Three Jailed For Tweeting 'Rumors' of Chemical Blast in China's Shandong

china-tianjian-explosion-site-aug20-2015.jpg Workers in decontamination suits clean up the site of the explosions in Tianjin, a major port city in northeastern China, Aug. 20, 2015.

Authorities in the eastern Chinese province of Shandong have jailed three people for sending out tweets about an explosion at a chemical factory near their homes in Zibo city that wasn't reported by the country's tightly controlled media.

"Zibo police have sentenced two people surnamed Zhang to five days' administrative detention after arresting them and an individual surnamed Chen for spreading rumors," the Zibo city police department said in a statement. "The person named Chen is still under investigation."

"The police will crack down hard on anyone using the Internet to spread rumors," the statement said.

The three people are accused of sending out tweets saying that there had been a large explosion at the Zibo Dongda Chemical Industries after local residents heard a loud blast on Tuesday evening.

"I heard it; it was very loud, and we didn't know [where it came from]," a Zibo resident surnamed Wang told RFA on Thursday. "Some people said here, others said there."

He said there had been no official explanation of the apparent blast.

"We still don't know where it came from," Wang said.

Toe the line

Online activist Li Fei said the sentences are likely linked to a renewed campaign to force members of the ruling Chinese Communist Party to toe the party line or face punishment under new disciplinary rules.

"Detaining netizens for so-called rumor-mongering is about freedom of expression," Li said on Thursday. "All this talk of so-called rumors and rumor-mongering is really about not allowing people to depart from the party line, online."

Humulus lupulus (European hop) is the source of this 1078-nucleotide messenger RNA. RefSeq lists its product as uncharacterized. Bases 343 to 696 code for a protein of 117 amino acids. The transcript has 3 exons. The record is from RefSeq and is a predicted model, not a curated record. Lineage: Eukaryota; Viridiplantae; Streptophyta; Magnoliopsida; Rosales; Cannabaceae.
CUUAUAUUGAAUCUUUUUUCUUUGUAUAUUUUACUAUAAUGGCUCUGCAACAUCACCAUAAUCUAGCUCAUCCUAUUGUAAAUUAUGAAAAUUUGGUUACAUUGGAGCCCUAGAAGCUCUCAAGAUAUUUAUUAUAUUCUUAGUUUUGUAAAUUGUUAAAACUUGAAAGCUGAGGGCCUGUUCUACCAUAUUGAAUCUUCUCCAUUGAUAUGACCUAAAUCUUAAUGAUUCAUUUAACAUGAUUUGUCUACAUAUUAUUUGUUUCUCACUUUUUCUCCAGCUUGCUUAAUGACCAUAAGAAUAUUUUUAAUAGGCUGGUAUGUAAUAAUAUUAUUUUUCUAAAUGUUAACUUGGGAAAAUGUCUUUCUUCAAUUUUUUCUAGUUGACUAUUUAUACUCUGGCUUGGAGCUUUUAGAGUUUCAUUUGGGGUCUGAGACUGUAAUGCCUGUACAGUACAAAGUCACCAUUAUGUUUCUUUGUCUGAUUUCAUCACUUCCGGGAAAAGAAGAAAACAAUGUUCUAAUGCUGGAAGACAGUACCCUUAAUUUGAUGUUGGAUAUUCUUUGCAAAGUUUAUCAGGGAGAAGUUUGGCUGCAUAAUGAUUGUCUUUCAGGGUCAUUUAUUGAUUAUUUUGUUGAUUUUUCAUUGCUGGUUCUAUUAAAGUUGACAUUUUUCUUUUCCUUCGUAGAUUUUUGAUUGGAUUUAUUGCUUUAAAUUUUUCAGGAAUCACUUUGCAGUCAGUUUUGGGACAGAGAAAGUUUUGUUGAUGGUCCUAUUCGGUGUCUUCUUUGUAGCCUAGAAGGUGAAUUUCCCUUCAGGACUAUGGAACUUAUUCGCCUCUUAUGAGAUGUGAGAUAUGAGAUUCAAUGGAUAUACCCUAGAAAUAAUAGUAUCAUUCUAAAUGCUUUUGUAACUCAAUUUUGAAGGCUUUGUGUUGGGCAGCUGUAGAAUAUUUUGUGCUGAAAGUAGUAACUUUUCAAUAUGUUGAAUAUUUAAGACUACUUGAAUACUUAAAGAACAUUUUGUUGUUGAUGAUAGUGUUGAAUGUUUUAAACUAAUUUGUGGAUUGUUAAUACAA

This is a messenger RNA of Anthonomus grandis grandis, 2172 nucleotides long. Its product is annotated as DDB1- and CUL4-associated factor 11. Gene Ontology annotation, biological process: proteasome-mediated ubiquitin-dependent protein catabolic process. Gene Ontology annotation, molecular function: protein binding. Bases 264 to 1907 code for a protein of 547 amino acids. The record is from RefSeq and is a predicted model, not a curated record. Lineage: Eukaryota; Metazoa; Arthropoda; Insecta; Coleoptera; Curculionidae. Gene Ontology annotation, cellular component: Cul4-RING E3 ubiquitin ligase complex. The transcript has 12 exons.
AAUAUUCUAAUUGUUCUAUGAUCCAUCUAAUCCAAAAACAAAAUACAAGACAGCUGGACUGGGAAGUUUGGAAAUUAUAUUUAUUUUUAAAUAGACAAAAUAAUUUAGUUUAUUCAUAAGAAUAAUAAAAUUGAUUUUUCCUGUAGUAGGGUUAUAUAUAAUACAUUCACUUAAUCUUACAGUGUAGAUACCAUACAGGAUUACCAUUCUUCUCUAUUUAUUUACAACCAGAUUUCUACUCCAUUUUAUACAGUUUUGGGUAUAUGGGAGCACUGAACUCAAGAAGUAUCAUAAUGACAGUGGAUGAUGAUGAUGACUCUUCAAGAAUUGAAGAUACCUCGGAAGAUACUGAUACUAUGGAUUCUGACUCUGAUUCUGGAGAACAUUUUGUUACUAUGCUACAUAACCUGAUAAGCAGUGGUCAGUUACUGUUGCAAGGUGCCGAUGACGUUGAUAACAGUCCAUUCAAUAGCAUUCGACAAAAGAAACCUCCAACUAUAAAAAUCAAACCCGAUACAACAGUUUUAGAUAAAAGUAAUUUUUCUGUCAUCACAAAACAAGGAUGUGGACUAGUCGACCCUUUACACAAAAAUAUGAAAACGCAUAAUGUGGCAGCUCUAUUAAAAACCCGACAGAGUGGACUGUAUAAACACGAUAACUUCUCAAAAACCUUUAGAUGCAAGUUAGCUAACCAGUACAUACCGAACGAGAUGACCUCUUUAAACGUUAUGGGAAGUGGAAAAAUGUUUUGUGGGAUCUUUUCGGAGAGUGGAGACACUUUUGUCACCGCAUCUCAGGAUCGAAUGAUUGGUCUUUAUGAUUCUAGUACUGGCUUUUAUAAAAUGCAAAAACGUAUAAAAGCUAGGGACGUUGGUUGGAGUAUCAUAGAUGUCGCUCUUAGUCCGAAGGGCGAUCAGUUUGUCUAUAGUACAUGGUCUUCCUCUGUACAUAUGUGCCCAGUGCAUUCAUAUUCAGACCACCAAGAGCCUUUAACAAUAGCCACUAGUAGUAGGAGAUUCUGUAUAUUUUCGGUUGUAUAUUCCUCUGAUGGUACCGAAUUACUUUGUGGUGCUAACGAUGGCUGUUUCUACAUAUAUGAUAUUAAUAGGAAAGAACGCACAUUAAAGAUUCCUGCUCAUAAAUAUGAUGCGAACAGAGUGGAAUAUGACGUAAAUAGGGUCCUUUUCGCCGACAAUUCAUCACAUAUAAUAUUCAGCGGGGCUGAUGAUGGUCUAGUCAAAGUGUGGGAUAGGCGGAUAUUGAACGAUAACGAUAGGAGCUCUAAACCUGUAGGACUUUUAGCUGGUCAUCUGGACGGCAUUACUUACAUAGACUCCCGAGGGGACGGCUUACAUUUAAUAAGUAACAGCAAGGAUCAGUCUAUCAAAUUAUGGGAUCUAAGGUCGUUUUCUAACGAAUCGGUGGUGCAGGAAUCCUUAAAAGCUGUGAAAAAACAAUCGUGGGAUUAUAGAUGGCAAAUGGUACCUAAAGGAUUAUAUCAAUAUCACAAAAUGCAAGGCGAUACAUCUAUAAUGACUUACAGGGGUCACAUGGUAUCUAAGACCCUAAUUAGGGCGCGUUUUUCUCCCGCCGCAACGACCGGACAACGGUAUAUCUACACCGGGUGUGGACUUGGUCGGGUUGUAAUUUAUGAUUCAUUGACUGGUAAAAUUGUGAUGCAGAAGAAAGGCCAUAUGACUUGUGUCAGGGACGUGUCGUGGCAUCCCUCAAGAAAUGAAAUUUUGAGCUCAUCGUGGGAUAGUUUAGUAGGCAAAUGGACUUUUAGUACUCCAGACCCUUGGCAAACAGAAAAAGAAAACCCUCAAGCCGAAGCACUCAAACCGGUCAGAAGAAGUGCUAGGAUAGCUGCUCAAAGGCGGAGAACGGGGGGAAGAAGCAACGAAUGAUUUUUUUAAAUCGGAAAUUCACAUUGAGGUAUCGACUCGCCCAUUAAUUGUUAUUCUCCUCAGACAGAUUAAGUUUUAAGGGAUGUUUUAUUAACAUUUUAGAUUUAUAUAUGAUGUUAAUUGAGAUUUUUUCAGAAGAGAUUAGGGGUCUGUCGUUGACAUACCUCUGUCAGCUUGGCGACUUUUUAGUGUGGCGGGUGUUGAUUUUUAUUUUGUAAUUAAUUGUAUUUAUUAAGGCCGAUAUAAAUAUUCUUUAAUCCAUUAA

"They don't want to see any critical comment or debate from their citizens online," he said.

According to new regulations issued earlier this month, the party has banned any public or private comments that go against the official line approved by its leadership in Beijing.

The rules list eight moral and ethical principles that party members are expected to live by and target extravagant wining, dining and golf, as well as "improper sexual relations" with anyone, as well as the formation of party cliques, and factions that go against the leadership's political line.

According to former top party official Bao Tong, the rules show that the administration of President Xi Jinping is struggling to keep order within its own ranks.

"Not only is speaking out of line not a crime; it can be worthwhile," Bao wrote in a commentary on Thursday for RFA's Mandarin Service. "It's better than grand slogans, empty promises and spin, better than long live so-and-so and other main theme tunes."

"Speaking out of line is a good thing."

Repeated blasts

Bao said the ability to tolerate dissent is the sign of a healthy political system.

"If they have to suppress those who speak out of line wherever they find them, then that tells us they're at the top of a slippery slope, not that they're mighty or powerful," he wrote.

At least nine people were injured after a blast ripped through a chemical plant in Zibo on Aug. 24, amid a fire at the Shandong Runxing Chemical Technology Co, state media and residents reported at the time.

China has seen a string of lesser explosions since a massive explosion at a chemical warehouse ripped through the northern port city of Tianjin on Aug. 12, killing more than 160 people.

Tianjin was hit by a further warehouse blast on Oct. 12, just two months after the first, at a warehouse storing "alcohol materials" in Beichen district's Xiditou township, Xinhua news agency reported.

And residents of the eastern city of Hangzhou reported hearing a loud blast on Oct. 16 that was heard as far away as Ningbo, 160 kilometers away on the coast, residents told RFA at the time.

Reported by Yang Fan for RFA's Mandarin Service. Translated and written in English by Luisetta Mudie.


Add your comment by filling out the form below in plain text. Comments are approved by a moderator and can be edited in accordance with RFAs Terms of Use. Comments will not appear in real time. RFA is not responsible for the content of the postings. Please, be respectful of others' point of view and stick to the facts.